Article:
China has issued a report documenting alleged human rights abuses in the United States after an annual State Department global rights survey strongly criticized Beijing.
The U.S. report Thursday denounced a broad range of China's policies, including its crackdown on government critics, treatment of ethnic minorities and censorship of the Internet.
The report did note improvements in China's long-reviled one-child policy, which was relaxed last year, and Beijing's decision, in theory, to eliminate its infamous re-education through labor camps.
But the bulk of the 154-page report on China was negative, highlighting human rights issues that have for years been an irritant to relations between the world's two largest economies.
In its own report Friday, China hit back at the U.S., which it said "carefully concealed and avoided its own human rights problems." Specifically, it mentioned civilian deaths in foreign drone strikes, "rampant" domestic gun violence and a "grave employment situation."
Chinese Foreign Ministry spokesman Qin Gang said at a press briefing that the Chinese people are in the best position to judge China's human rights situation.
"Today, China's State Council Information Office issued a white paper on the U.S. human rights record to show to the world whether the United States, which wants to be the grand master of human rights, is endowed to make these kind of judgements," said Qin.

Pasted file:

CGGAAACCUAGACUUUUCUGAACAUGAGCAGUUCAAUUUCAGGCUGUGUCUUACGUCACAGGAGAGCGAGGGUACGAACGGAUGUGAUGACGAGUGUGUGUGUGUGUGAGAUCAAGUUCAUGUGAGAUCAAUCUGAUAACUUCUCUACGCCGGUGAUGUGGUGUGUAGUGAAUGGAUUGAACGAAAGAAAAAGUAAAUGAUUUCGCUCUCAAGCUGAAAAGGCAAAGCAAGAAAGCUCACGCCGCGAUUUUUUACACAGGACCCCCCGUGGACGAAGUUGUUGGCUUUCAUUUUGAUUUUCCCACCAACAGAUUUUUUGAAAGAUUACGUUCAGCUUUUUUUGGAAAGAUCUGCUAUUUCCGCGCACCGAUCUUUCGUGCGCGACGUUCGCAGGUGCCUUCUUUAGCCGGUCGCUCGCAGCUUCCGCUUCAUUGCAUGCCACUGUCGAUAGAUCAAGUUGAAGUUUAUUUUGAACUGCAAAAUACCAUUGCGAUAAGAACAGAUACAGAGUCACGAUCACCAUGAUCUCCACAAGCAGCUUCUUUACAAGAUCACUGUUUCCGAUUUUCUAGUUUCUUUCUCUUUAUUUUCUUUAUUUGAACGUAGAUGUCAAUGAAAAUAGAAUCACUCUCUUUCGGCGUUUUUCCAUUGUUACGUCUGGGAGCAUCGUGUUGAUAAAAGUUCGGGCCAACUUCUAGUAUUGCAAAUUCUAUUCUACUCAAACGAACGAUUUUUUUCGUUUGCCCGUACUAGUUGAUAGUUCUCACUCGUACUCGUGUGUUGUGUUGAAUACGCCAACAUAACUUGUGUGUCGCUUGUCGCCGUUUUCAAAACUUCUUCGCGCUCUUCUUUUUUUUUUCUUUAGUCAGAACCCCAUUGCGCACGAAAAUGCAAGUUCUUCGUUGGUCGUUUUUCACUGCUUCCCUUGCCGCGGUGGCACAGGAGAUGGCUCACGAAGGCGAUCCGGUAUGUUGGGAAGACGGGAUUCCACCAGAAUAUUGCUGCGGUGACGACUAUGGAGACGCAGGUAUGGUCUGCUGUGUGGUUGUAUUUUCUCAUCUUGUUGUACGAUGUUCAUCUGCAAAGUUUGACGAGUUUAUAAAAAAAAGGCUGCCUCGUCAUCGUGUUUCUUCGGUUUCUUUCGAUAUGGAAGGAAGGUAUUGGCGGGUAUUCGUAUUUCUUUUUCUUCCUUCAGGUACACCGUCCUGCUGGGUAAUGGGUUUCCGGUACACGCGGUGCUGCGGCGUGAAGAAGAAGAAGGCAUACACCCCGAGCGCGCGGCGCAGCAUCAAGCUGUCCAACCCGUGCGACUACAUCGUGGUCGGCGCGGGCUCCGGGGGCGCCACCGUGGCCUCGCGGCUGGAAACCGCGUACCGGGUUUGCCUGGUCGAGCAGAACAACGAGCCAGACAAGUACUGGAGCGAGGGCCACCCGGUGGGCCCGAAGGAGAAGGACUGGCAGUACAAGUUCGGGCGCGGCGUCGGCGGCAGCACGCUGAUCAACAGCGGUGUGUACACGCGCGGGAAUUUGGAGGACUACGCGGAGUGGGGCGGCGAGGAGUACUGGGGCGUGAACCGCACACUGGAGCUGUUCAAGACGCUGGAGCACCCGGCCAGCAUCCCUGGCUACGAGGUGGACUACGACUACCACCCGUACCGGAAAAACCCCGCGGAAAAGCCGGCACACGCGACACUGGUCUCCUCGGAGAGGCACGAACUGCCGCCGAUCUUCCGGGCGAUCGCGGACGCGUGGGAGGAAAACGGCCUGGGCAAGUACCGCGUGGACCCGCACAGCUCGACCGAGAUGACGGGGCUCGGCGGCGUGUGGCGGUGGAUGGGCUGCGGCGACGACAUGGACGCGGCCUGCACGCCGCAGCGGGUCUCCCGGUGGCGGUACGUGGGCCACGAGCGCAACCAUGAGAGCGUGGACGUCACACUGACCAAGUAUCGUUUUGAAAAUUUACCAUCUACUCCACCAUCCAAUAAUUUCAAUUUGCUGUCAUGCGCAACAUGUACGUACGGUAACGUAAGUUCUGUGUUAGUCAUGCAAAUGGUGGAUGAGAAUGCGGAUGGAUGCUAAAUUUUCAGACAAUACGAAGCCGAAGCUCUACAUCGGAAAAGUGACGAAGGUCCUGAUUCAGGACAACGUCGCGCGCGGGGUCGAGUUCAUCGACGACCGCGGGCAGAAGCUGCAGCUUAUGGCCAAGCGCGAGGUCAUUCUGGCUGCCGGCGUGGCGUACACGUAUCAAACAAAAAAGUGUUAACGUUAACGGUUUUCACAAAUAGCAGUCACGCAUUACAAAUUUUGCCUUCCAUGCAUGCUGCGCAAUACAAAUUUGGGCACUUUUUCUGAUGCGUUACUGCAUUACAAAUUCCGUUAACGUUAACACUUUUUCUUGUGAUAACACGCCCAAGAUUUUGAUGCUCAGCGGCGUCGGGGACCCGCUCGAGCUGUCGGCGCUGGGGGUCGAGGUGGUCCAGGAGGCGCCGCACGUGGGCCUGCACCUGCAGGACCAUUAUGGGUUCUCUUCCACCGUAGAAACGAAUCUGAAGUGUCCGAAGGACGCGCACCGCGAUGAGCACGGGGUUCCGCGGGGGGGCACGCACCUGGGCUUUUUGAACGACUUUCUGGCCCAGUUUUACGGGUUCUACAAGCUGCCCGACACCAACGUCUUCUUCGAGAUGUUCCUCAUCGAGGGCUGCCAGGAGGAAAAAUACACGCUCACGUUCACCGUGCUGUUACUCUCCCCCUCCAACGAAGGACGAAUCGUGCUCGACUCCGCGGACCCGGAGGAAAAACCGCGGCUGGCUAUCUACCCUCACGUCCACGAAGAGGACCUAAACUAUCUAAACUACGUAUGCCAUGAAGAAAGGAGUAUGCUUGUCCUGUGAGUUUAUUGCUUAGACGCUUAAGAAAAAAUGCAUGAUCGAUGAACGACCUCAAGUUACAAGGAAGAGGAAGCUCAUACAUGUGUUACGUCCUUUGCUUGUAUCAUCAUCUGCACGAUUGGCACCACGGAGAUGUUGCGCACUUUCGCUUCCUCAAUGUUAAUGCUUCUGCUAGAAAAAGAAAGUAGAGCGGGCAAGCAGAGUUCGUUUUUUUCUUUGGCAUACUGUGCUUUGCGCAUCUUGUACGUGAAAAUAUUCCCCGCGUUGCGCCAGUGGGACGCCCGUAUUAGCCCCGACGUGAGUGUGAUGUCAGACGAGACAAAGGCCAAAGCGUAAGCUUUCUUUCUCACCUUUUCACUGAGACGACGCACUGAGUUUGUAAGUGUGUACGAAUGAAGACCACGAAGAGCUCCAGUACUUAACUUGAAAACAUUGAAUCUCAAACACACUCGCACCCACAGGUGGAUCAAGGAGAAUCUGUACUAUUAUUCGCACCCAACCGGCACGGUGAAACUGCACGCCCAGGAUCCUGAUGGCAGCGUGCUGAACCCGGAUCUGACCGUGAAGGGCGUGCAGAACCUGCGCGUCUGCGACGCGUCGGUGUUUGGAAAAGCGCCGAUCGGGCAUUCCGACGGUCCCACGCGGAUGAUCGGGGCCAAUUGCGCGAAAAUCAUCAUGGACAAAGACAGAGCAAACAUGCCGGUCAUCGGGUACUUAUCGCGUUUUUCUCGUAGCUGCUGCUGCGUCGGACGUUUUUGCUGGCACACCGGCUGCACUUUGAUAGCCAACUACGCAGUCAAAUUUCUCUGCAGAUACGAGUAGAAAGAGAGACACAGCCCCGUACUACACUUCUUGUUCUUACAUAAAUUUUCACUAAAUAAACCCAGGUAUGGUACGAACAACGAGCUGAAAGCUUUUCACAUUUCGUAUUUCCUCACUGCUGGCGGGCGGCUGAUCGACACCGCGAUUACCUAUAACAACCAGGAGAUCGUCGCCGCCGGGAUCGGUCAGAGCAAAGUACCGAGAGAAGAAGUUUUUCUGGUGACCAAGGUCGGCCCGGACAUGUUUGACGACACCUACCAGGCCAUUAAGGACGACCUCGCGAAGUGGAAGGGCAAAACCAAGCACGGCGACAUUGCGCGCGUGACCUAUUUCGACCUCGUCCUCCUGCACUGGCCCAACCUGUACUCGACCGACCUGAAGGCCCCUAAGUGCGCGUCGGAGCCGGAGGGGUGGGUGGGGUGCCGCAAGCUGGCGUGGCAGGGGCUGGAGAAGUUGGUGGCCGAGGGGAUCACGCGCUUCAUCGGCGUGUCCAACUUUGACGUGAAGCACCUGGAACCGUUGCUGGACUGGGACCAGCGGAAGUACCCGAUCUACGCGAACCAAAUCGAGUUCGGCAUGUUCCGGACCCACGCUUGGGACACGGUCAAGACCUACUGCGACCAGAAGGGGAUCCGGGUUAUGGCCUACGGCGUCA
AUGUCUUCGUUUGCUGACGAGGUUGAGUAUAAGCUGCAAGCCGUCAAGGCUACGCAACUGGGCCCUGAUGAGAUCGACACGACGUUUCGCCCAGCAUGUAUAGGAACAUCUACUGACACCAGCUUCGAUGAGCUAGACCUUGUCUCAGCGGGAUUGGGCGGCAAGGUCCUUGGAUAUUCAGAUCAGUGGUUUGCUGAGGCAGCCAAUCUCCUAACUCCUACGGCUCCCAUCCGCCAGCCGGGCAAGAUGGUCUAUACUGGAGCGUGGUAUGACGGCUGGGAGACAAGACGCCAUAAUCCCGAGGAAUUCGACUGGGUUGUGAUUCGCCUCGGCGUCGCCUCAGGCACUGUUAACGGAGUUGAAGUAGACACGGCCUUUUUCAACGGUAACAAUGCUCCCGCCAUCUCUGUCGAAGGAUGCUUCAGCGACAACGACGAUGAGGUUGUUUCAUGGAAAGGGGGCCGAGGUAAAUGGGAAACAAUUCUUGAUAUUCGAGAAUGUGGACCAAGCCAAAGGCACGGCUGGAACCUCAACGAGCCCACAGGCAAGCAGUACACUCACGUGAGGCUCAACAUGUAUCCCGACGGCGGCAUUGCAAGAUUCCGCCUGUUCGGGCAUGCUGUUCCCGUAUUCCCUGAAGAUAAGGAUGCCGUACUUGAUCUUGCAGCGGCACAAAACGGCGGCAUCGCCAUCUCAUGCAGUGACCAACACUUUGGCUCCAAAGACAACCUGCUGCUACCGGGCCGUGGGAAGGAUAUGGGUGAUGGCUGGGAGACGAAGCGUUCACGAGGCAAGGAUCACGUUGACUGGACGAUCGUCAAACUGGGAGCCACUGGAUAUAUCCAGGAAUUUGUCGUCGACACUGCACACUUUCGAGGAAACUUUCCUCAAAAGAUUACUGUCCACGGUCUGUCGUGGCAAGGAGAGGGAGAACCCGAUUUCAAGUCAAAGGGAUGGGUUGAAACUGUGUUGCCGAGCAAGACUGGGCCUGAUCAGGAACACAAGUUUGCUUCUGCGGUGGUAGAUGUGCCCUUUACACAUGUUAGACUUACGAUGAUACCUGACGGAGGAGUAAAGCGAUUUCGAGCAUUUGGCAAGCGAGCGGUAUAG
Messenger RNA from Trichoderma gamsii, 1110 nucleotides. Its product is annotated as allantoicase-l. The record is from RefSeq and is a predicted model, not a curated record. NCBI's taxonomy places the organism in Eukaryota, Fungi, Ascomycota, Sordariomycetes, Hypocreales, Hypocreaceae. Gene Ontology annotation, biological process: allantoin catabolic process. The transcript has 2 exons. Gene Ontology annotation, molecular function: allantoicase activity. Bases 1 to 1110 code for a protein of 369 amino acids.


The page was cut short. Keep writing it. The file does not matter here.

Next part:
China does not issue rights reports aimed at other countries, but has now done so with the U.S. for each of the last 15 years.
Joseph Cheng, a political science professor at the City University of Hong Kong, told VOA that Beijing's report is meant to expose a supposed U.S. double standard.
"China certainly hopes to demonstrate that the United States is not a credible critic, that it has its own problems in terms of human rights, and is in no position to criticize the human rights situation of countries like China," said Cheng.
But in criticizing the U.S., Cheng said, Beijing encounters a dilemma, as China's official policy is that nations should not interfere with each other's internal politics.
"[It] goes against China's basic position on state sovereignty and non-interference on other countries' domestic affairs. However, if China adopts this position, if China accepts that mutual monitoring, mutual criticisms is the norm of international society, it is a kind of improvement, that is to say, various countries do monitor each other's human rights situation," explained Cheng.
But it is not clear whether China would welcome an open comparison with the United States on human rights, as this would seemingly be an acknowledgement that all countries should be held to certain universal standards.
China has long argued that it should not be held to the same human rights standards as Western countries because of its status as a developing nation. It also rejects any suggestions by the U.S. and others that it must implement what it calls a "Western-style of government."